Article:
Police & Fire

2012 Police Car Shipment Still Not Ready for Patrol

Credits: Jessica Marrone Parkes

LIVINGSTON, NJ – An internal issue within Livingston Township's government regarding the status of Livingston’s current police fleet, as well as significant delays in the ordering of new police cars, became public at the town council meeting of June 24 when auxiliary police member Larry Greenberg and Councilmembers Michael Rieber and Deborah Shapiro all questioned Town Manager Michele Meade on the efficiency of the current system for ordering and preparing cars for the Livingston Police Department.

Greenberg complained to Meade that “the fleet is falling apart and you had five cars towed in in-service last week. I would suggest that this township look at the police cars as an image for the good people and also for the bad people. And you really need to look at your fleet which is in a total state of disrepair.”

Meade responded by saying “the fleet is looked at every year,” but according to Greenberg, Police Benevolent Association President Andrew Ullman and Police Chief Craig Handschuch, a full fleet evaluation was never completed.

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Greenberg responded, “You don’t evaluate every car every year.  They’ve asked for cars to be fully evaluated and the town garage has refused, stating that they are too busy. You need to get new cars on the road; it’s a liability for everyone.”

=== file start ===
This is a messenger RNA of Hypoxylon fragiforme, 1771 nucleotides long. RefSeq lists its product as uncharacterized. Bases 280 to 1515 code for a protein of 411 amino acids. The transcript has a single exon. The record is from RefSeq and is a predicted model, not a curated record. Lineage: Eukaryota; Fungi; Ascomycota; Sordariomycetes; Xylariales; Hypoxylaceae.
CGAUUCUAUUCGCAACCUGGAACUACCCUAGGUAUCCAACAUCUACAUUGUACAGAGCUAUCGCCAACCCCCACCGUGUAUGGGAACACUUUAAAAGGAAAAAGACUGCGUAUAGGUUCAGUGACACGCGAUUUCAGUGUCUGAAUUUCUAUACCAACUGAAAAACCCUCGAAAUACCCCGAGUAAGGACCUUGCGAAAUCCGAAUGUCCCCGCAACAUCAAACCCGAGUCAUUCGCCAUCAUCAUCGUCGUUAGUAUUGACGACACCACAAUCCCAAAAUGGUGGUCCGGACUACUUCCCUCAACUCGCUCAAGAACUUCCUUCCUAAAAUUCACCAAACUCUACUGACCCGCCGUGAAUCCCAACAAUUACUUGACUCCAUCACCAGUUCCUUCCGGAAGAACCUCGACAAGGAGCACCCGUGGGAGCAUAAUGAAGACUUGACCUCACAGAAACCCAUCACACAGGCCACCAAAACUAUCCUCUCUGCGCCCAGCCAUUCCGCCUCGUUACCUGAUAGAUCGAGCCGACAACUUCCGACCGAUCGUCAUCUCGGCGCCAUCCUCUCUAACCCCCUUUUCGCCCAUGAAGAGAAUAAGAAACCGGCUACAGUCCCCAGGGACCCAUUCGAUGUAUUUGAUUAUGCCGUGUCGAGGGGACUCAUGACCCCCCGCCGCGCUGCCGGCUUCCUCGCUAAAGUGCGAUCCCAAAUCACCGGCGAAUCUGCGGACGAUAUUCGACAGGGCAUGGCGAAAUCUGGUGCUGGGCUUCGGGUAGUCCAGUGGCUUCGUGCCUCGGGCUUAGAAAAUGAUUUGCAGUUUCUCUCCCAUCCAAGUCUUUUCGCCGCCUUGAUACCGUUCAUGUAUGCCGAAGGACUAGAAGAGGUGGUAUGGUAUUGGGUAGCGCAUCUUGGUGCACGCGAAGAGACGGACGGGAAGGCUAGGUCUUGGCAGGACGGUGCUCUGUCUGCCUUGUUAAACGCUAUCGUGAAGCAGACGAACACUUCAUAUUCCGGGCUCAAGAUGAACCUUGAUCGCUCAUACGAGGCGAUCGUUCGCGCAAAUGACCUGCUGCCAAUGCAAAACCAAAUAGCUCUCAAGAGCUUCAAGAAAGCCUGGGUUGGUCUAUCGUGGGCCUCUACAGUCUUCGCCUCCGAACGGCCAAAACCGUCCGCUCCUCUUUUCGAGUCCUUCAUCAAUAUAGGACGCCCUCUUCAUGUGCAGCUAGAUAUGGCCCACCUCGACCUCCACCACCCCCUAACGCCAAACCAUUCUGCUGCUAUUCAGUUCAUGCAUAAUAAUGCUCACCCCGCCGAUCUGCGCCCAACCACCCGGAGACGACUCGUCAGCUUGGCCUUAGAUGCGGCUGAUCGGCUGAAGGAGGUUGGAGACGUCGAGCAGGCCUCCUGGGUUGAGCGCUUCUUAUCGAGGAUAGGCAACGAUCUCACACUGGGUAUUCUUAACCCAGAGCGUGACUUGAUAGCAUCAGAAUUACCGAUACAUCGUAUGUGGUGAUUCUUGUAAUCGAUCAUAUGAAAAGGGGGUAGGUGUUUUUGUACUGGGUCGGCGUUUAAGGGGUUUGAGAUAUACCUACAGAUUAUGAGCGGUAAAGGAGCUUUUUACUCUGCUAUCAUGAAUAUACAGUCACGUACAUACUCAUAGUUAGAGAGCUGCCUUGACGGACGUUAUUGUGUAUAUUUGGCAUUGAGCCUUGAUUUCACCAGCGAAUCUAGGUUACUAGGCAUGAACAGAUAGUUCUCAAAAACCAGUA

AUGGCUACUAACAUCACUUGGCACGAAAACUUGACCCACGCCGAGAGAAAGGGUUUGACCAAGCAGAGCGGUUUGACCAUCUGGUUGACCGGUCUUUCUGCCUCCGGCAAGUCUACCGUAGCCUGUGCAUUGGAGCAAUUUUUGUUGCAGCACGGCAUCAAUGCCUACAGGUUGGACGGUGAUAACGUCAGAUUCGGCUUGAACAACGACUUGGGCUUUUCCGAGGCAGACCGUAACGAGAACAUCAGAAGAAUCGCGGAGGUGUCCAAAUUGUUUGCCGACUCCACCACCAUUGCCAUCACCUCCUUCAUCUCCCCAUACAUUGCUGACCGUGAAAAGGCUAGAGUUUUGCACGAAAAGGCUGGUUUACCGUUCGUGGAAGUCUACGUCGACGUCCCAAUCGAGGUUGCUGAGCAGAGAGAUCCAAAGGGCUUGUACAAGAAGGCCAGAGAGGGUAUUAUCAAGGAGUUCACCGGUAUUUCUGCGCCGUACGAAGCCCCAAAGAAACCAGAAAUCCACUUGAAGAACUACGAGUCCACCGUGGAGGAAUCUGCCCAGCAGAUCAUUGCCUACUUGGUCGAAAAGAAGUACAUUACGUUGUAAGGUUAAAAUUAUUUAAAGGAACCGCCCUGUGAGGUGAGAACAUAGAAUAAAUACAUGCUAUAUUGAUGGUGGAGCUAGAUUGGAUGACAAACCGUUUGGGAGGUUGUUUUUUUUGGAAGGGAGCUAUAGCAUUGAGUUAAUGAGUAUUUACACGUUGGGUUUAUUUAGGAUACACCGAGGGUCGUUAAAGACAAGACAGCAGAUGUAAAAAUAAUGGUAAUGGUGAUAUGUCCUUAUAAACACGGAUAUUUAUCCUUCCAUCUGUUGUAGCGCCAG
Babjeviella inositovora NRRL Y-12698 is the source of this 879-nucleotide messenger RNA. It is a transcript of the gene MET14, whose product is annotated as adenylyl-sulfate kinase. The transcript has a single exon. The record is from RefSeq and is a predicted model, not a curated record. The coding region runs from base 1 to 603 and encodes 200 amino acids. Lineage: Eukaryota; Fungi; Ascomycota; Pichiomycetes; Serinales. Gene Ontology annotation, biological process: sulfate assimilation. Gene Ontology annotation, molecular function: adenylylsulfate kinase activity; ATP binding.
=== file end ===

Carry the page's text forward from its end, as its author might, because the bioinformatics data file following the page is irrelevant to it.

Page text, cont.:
Ullman told TheAlternativePress.com that a full fleet evaluation was requested by the PBA Joint Management Committee in April 2012 and that it was supposed to be completed by September 2012.  To Ullman’s knowledge, only two vehicles have been evaluated by the Department of Public Works (DPW).

Handschuch told TheAlternativePress.com that another full fleet evaluation was requested by the Livingston Police Department in August of 2012 and that was never completed either.

“We currently have about 12 cars in the fleet that are over 100,000 miles,” said Handschuch. “A lot of these cars are definitely in need of replacement.  They have said they are going to replace more cars this year.”

Another complaint, first addressed to the council by Greenberg, was the timeliness of ordering and preparing cars for patrol.  In December 2012, the township purchased two cars which are still not ready for patrol seven months later.

After the council’s open meeting, the council retreated to hold another conference where Rieber and Shapiro asked more questions about the current police car situation.

“We get these cars and they’re not ready,” said Rieber.  He also suggested to Meade that the Police Department should be spec’ing out the cars (reviewing the car details) before the DPW orders them.  She told Rieber that the cars are spec’ed out through state contract.

Meade also gave a reason for the cars not being ready after seven months, “They are not built to be ready. Every department has a different video setup, a different radio setup--you can’t buy a car to have everything in it that you want to have in it.”  She also explained that because these components needed to be installed a la carte, consoles were ordered for the vehicles but arrival has been delayed due to shipping issues.